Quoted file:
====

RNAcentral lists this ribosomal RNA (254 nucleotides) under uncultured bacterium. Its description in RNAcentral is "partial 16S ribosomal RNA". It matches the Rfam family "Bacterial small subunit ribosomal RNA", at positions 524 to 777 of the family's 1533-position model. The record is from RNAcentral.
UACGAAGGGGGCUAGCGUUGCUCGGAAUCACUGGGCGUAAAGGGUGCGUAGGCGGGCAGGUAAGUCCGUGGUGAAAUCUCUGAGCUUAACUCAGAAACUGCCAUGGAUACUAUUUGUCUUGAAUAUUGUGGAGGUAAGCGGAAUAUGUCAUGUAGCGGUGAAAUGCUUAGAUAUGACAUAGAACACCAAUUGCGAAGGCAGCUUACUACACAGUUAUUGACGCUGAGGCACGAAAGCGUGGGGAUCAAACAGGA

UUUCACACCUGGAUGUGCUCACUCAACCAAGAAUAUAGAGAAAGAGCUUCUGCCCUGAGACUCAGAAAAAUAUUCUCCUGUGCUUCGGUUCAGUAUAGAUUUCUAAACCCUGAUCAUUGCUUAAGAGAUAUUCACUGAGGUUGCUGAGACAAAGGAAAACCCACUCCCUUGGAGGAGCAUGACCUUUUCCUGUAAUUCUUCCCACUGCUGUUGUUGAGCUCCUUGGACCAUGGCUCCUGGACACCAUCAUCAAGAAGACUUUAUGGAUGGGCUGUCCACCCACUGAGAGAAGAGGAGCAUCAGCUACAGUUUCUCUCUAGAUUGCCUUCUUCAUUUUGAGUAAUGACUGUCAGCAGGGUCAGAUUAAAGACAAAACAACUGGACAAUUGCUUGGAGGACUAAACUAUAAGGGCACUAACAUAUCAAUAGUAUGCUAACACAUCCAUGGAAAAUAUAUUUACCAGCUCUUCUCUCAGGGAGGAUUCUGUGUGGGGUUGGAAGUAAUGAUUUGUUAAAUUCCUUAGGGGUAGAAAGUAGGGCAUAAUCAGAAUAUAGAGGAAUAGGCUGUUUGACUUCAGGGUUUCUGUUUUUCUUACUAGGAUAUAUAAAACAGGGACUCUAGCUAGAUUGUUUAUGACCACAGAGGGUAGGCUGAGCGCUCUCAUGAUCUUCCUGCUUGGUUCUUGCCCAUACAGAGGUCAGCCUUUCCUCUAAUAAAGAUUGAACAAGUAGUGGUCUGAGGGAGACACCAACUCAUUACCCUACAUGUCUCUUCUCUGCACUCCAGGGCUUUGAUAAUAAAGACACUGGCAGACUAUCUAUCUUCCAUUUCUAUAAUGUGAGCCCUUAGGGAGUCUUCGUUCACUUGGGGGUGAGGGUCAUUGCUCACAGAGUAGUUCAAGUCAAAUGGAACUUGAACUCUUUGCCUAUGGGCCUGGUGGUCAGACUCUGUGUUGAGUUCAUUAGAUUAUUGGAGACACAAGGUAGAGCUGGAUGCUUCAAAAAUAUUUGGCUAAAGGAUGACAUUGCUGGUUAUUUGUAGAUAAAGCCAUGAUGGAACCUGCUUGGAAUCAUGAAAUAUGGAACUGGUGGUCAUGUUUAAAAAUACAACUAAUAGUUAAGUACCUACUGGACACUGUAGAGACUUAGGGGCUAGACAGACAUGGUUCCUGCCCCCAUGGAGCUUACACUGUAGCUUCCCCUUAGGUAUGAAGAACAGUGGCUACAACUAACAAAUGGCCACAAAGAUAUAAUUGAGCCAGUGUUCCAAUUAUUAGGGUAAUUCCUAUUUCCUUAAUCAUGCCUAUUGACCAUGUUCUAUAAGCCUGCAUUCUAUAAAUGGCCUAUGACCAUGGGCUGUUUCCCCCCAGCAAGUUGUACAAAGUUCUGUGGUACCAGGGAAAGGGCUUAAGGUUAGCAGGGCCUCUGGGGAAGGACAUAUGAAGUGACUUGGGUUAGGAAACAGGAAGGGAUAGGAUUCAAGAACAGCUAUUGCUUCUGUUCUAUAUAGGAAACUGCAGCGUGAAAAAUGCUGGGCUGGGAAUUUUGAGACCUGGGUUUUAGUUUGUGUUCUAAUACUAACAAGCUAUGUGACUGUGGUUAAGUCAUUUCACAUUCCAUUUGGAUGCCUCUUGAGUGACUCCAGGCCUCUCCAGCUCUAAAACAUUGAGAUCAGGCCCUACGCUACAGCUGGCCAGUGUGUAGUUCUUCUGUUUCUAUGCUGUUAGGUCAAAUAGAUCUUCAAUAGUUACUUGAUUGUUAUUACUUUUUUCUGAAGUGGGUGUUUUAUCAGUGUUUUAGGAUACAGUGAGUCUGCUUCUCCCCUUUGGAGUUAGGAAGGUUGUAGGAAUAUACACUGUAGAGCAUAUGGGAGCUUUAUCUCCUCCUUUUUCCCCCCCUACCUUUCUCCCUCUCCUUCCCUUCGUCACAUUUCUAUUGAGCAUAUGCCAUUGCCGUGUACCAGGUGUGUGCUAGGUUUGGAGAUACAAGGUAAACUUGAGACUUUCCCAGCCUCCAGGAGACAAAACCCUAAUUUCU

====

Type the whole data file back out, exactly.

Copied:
RNAcentral lists this ribosomal RNA (254 nucleotides) under uncultured bacterium. Its description in RNAcentral is "partial 16S ribosomal RNA". It matches the Rfam family "Bacterial small subunit ribosomal RNA", at positions 524 to 777 of the family's 1533-position model. The record is from RNAcentral.
UACGAAGGGGGCUAGCGUUGCUCGGAAUCACUGGGCGUAAAGGGUGCGUAGGCGGGCAGGUAAGUCCGUGGUGAAAUCUCUGAGCUUAACUCAGAAACUGCCAUGGAUACUAUUUGUCUUGAAUAUUGUGGAGGUAAGCGGAAUAUGUCAUGUAGCGGUGAAAUGCUUAGAUAUGACAUAGAACACCAAUUGCGAAGGCAGCUUACUACACAGUUAUUGACGCUGAGGCACGAAAGCGUGGGGAUCAAACAGGA

UUUCACACCUGGAUGUGCUCACUCAACCAAGAAUAUAGAGAAAGAGCUUCUGCCCUGAGACUCAGAAAAAUAUUCUCCUGUGCUUCGGUUCAGUAUAGAUUUCUAAACCCUGAUCAUUGCUUAAGAGAUAUUCACUGAGGUUGCUGAGACAAAGGAAAACCCACUCCCUUGGAGGAGCAUGACCUUUUCCUGUAAUUCUUCCCACUGCUGUUGUUGAGCUCCUUGGACCAUGGCUCCUGGACACCAUCAUCAAGAAGACUUUAUGGAUGGGCUGUCCACCCACUGAGAGAAGAGGAGCAUCAGCUACAGUUUCUCUCUAGAUUGCCUUCUUCAUUUUGAGUAAUGACUGUCAGCAGGGUCAGAUUAAAGACAAAACAACUGGACAAUUGCUUGGAGGACUAAACUAUAAGGGCACUAACAUAUCAAUAGUAUGCUAACACAUCCAUGGAAAAUAUAUUUACCAGCUCUUCUCUCAGGGAGGAUUCUGUGUGGGGUUGGAAGUAAUGAUUUGUUAAAUUCCUUAGGGGUAGAAAGUAGGGCAUAAUCAGAAUAUAGAGGAAUAGGCUGUUUGACUUCAGGGUUUCUGUUUUUCUUACUAGGAUAUAUAAAACAGGGACUCUAGCUAGAUUGUUUAUGACCACAGAGGGUAGGCUGAGCGCUCUCAUGAUCUUCCUGCUUGGUUCUUGCCCAUACAGAGGUCAGCCUUUCCUCUAAUAAAGAUUGAACAAGUAGUGGUCUGAGGGAGACACCAACUCAUUACCCUACAUGUCUCUUCUCUGCACUCCAGGGCUUUGAUAAUAAAGACACUGGCAGACUAUCUAUCUUCCAUUUCUAUAAUGUGAGCCCUUAGGGAGUCUUCGUUCACUUGGGGGUGAGGGUCAUUGCUCACAGAGUAGUUCAAGUCAAAUGGAACUUGAACUCUUUGCCUAUGGGCCUGGUGGUCAGACUCUGUGUUGAGUUCAUUAGAUUAUUGGAGACACAAGGUAGAGCUGGAUGCUUCAAAAAUAUUUGGCUAAAGGAUGACAUUGCUGGUUAUUUGUAGAUAAAGCCAUGAUGGAACCUGCUUGGAAUCAUGAAAUAUGGAACUGGUGGUCAUGUUUAAAAAUACAACUAAUAGUUAAGUACCUACUGGACACUGUAGAGACUUAGGGGCUAGACAGACAUGGUUCCUGCCCCCAUGGAGCUUACACUGUAGCUUCCCCUUAGGUAUGAAGAACAGUGGCUACAACUAACAAAUGGCCACAAAGAUAUAAUUGAGCCAGUGUUCCAAUUAUUAGGGUAAUUCCUAUUUCCUUAAUCAUGCCUAUUGACCAUGUUCUAUAAGCCUGCAUUCUAUAAAUGGCCUAUGACCAUGGGCUGUUUCCCCCCAGCAAGUUGUACAAAGUUCUGUGGUACCAGGGAAAGGGCUUAAGGUUAGCAGGGCCUCUGGGGAAGGACAUAUGAAGUGACUUGGGUUAGGAAACAGGAAGGGAUAGGAUUCAAGAACAGCUAUUGCUUCUGUUCUAUAUAGGAAACUGCAGCGUGAAAAAUGCUGGGCUGGGAAUUUUGAGACCUGGGUUUUAGUUUGUGUUCUAAUACUAACAAGCUAUGUGACUGUGGUUAAGUCAUUUCACAUUCCAUUUGGAUGCCUCUUGAGUGACUCCAGGCCUCUCCAGCUCUAAAACAUUGAGAUCAGGCCCUACGCUACAGCUGGCCAGUGUGUAGUUCUUCUGUUUCUAUGCUGUUAGGUCAAAUAGAUCUUCAAUAGUUACUUGAUUGUUAUUACUUUUUUCUGAAGUGGGUGUUUUAUCAGUGUUUUAGGAUACAGUGAGUCUGCUUCUCCCCUUUGGAGUUAGGAAGGUUGUAGGAAUAUACACUGUAGAGCAUAUGGGAGCUUUAUCUCCUCCUUUUUCCCCCCCUACCUUUCUCCCUCUCCUUCCCUUCGUCACAUUUCUAUUGAGCAUAUGCCAUUGCCGUGUACCAGGUGUGUGCUAGGUUUGGAGAUACAAGGUAAACUUGAGACUUUCCCAGCCUCCAGGAGACAAAACCCUAAUUUCU